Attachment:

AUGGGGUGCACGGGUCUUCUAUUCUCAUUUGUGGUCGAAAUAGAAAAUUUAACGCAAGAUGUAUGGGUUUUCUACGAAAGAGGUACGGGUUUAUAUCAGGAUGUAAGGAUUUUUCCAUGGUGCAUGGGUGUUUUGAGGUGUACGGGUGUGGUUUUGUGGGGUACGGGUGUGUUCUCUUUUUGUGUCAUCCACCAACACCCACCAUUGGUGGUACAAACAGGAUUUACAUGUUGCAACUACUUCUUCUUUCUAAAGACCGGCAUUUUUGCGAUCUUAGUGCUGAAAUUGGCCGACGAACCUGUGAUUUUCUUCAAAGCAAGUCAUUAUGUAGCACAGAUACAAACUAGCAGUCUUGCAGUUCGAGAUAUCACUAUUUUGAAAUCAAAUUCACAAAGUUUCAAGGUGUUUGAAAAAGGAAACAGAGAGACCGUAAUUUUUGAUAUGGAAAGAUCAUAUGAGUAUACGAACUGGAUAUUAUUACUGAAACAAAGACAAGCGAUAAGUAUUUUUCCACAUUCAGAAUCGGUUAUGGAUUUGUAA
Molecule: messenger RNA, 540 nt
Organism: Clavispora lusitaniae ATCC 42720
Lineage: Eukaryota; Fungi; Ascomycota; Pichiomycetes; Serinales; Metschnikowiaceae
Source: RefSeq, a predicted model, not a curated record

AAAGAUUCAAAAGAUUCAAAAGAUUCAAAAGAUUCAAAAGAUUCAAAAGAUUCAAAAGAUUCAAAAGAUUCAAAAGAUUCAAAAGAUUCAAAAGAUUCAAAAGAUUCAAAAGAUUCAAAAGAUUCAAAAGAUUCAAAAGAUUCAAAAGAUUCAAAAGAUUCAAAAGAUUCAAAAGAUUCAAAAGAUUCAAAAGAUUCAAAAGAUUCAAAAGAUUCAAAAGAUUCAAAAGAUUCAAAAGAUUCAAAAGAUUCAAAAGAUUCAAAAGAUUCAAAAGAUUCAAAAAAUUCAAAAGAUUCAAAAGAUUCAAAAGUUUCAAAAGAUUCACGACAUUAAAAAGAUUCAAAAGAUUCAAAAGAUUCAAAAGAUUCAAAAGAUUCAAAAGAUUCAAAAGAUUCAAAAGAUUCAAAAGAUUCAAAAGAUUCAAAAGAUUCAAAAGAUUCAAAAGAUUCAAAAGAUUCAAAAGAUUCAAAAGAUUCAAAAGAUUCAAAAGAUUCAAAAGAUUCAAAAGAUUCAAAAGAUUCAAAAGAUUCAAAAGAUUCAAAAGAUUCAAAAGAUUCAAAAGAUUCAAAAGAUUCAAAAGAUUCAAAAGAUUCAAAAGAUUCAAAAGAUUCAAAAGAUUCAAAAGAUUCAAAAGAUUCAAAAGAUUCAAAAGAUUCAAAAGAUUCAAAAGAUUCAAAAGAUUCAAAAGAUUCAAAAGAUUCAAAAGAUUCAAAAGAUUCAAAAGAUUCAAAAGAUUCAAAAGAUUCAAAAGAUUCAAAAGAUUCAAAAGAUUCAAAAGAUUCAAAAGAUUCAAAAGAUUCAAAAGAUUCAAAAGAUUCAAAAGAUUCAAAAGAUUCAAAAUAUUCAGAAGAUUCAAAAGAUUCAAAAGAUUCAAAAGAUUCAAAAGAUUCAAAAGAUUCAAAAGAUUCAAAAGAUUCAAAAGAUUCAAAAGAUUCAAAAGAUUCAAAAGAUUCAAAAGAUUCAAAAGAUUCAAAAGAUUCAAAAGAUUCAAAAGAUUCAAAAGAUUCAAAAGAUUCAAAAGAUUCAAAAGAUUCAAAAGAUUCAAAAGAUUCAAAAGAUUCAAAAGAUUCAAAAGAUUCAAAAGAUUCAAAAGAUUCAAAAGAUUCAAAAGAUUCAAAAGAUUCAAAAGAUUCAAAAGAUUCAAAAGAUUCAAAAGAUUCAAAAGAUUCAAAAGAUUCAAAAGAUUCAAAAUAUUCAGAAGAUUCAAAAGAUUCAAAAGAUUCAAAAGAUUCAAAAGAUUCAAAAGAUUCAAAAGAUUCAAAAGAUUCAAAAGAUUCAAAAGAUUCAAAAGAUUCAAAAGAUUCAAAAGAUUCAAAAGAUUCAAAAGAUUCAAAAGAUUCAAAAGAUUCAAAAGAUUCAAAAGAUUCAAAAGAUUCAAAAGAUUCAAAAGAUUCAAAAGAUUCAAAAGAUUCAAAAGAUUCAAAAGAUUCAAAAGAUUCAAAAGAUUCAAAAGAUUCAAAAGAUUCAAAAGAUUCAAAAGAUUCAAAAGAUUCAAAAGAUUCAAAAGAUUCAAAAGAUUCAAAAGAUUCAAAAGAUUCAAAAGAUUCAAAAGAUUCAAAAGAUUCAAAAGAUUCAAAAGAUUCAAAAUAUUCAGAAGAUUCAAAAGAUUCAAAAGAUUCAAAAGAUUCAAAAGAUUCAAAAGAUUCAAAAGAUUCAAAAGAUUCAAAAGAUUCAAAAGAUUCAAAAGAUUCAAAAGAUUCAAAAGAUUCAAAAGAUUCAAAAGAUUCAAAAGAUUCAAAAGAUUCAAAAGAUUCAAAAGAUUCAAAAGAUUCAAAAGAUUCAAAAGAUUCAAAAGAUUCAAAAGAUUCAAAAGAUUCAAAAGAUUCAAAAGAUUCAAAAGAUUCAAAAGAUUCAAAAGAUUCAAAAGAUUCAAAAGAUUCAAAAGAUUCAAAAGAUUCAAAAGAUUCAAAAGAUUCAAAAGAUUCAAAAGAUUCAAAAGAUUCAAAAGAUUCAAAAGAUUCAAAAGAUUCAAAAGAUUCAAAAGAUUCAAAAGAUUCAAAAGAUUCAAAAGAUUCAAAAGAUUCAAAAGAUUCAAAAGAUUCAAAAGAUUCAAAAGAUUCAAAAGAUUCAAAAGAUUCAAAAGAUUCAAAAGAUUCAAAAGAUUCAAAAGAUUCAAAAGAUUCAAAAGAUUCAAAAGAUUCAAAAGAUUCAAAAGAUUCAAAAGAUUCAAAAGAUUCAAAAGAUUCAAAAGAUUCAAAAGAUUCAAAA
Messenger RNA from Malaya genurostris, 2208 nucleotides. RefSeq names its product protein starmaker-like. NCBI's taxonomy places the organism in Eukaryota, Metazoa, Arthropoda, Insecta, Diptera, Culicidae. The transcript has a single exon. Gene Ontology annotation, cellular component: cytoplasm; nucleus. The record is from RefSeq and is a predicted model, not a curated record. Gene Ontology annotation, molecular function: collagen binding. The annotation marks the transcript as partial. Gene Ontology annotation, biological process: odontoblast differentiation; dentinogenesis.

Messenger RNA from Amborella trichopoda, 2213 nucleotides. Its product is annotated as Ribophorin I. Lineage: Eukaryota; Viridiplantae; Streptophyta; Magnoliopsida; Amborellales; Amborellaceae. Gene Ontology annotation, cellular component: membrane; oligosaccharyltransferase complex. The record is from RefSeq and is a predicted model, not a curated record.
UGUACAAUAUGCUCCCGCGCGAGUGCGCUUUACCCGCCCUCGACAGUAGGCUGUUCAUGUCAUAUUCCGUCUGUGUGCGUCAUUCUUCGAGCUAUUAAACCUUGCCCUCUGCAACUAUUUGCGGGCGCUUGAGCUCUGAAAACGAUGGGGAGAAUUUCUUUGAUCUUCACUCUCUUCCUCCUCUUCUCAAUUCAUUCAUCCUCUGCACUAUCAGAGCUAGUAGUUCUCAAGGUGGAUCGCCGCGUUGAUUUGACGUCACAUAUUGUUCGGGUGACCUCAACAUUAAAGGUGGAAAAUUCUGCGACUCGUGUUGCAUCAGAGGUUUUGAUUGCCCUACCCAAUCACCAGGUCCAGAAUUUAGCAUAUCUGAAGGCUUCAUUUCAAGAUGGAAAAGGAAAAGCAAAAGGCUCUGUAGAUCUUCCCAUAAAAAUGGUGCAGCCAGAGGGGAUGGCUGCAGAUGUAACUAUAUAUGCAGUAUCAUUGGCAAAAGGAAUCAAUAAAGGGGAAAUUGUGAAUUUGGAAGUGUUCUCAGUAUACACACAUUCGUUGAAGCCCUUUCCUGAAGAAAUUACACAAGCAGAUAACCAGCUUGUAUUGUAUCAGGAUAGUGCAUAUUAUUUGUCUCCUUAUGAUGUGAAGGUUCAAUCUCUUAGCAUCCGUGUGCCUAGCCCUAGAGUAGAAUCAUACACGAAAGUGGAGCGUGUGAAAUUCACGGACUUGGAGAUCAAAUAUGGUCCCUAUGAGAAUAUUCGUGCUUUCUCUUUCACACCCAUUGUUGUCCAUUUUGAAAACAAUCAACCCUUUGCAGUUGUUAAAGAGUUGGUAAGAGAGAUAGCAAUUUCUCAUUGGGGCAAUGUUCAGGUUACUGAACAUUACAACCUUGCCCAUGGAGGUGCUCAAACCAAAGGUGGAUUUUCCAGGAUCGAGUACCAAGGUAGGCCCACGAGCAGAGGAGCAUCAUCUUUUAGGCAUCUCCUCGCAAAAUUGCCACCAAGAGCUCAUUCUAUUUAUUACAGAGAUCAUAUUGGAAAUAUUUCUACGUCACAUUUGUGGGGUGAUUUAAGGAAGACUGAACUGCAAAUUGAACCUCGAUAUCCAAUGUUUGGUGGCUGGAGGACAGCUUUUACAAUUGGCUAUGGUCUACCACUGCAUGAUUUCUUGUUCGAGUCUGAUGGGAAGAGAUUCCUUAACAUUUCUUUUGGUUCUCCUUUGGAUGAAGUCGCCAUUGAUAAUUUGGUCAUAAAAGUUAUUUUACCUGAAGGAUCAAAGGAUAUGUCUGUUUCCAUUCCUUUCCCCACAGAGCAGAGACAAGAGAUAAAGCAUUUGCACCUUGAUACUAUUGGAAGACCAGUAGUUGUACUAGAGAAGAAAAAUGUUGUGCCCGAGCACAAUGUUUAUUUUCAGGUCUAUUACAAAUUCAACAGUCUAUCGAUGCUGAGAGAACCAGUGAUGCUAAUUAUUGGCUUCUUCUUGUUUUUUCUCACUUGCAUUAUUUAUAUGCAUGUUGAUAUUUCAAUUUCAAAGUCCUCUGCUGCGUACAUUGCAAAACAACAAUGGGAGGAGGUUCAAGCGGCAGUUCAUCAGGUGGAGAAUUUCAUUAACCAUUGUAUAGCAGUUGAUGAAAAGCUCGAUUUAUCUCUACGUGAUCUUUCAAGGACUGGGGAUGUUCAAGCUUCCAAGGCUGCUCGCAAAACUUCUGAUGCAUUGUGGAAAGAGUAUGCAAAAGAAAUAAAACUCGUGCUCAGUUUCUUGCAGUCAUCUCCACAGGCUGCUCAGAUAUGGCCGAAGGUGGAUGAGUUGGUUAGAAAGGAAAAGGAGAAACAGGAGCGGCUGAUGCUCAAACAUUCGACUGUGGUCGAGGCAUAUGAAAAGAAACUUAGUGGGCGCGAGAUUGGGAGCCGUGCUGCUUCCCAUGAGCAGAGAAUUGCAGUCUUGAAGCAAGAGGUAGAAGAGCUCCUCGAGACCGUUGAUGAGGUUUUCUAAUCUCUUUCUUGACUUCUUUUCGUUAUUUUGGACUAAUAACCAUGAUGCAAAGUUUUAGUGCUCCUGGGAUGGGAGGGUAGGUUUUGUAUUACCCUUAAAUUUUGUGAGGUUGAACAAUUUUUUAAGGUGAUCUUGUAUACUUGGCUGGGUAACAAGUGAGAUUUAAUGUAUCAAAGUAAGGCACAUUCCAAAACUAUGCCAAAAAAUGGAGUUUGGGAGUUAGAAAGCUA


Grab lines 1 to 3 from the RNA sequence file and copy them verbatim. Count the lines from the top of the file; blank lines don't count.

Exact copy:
AUGGGGUGCACGGGUCUUCUAUUCUCAUUUGUGGUCGAAAUAGAAAAUUUAACGCAAGAUGUAUGGGUUUUCUACGAAAGAGGUACGGGUUUAUAUCAGGAUGUAAGGAUUUUUCCAUGGUGCAUGGGUGUUUUGAGGUGUACGGGUGUGGUUUUGUGGGGUACGGGUGUGUUCUCUUUUUGUGUCAUCCACCAACACCCACCAUUGGUGGUACAAACAGGAUUUACAUGUUGCAACUACUUCUUCUUUCUAAAGACCGGCAUUUUUGCGAUCUUAGUGCUGAAAUUGGCCGACGAACCUGUGAUUUUCUUCAAAGCAAGUCAUUAUGUAGCACAGAUACAAACUAGCAGUCUUGCAGUUCGAGAUAUCACUAUUUUGAAAUCAAAUUCACAAAGUUUCAAGGUGUUUGAAAAAGGAAACAGAGAGACCGUAAUUUUUGAUAUGGAAAGAUCAUAUGAGUAUACGAACUGGAUAUUAUUACUGAAACAAAGACAAGCGAUAAGUAUUUUUCCACAUUCAGAAUCGGUUAUGGAUUUGUAA
Molecule: messenger RNA, 540 nt
Organism: Clavispora lusitaniae ATCC 42720